The 4 Components of Fire & Why They’re Important | SERVPRO® of Anniston, Gadsden and Marshall County
Did you know that a square can also be referred to as a tetrahedron? For those of us who don’t remember what that fancy word means, in short, it’s something that has four faces.
Don’t run off! We aren’t discussing geometry here. But we do want to discuss the fire tetrahedron.
Simply put, there are four components that create a fire—and removing any of them can help put the fire out.
Fuel. This is something that will make a fire burn! Many things can fuel a fire, including wood, plastic, and other organic or inorganic materials.
Heat. You will need enough heat to make the fuel burn. Depending on what is burning, the amount of heat will vary. But every object has a threshold at which point it will either ignite or melt.
Oxygen. Like all things in the world, air (oxygen) is what will help fires live. Oxygen will fuel a fire as easily as the other two items listed above.
Chemical Chain Reaction. This provides the heat necessary to maintain a fire. It causes a chain reaction, which will keep the fire burning and growing.
Cool it. The most common step to take is to put something cool onto a fire. If it’s water, which is the most common approach, you have to be aware that it might take a lot because heat can make it evaporate quickly.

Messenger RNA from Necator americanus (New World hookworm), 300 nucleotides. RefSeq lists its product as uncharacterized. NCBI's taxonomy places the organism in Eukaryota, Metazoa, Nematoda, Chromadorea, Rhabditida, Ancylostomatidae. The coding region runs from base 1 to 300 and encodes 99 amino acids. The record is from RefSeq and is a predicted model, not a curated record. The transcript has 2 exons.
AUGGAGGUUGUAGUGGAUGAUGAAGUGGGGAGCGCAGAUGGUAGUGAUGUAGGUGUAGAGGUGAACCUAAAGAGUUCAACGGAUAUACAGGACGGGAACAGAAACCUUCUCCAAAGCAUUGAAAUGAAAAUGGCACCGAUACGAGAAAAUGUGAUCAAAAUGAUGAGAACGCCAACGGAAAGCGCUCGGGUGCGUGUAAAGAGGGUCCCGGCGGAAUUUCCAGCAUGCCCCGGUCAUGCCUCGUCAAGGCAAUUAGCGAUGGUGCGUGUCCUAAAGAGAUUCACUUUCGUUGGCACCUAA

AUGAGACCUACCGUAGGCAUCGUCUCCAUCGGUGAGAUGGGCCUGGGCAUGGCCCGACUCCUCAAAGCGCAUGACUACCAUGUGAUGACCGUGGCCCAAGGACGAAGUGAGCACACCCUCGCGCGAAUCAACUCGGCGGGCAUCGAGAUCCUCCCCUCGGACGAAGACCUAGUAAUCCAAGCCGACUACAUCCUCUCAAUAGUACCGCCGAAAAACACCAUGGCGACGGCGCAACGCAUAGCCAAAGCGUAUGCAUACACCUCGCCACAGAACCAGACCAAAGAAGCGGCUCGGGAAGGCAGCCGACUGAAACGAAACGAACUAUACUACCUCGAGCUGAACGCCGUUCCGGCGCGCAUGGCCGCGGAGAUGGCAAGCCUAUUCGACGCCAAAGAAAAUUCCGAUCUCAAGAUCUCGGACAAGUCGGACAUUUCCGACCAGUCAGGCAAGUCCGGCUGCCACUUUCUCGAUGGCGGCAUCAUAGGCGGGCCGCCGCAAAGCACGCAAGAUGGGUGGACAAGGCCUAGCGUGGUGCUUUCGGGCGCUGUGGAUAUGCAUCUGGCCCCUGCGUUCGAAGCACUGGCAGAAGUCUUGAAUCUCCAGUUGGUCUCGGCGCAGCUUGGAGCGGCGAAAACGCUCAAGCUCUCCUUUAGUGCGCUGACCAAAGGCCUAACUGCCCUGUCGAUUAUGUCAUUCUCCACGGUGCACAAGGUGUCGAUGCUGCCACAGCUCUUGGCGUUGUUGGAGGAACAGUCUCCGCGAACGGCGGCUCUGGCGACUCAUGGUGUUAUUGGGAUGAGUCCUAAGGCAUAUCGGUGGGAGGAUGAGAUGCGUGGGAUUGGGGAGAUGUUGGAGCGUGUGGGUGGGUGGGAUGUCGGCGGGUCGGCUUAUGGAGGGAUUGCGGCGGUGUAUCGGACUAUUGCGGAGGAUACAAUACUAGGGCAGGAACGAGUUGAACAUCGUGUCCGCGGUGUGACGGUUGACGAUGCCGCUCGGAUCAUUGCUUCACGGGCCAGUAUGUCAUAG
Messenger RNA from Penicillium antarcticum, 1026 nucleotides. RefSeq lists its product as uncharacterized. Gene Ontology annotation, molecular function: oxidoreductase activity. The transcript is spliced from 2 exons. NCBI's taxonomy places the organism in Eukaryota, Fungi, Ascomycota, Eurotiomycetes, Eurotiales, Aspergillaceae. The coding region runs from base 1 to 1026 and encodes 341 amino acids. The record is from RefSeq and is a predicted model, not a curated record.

Smother it. Another approach would be to exclude the oxygen from a fire. If something can’t breathe, it can’t live…and a fire is no different. That’s why we are taught from a young age to “stop, drop and roll” if our clothing catches on fire—doing so smothers the fire by keeping it from oxygen.
Starve it. Eliminate the fuel sources that can help feed a fire. As long as a fire doesn’t have the adequate fuel, it will eventually go out. In some cases, a containment can be created by burning areas on purpose, which creates a boundary of starvation.
Interrupt the chain reaction. Now we’re getting a little fancier! Break the chemical reaction by using certain chemicals. A chemical called halon was previously used as a fire retardant, but since it has an elevated potential for ozone depletion, it has been banned.
If the fire tetrahedron makes a wreck of your home or business, we’re ready around the clock to help you recover. Contact SERVPRO anytime for fast, thorough cleanup and recovery after a fire.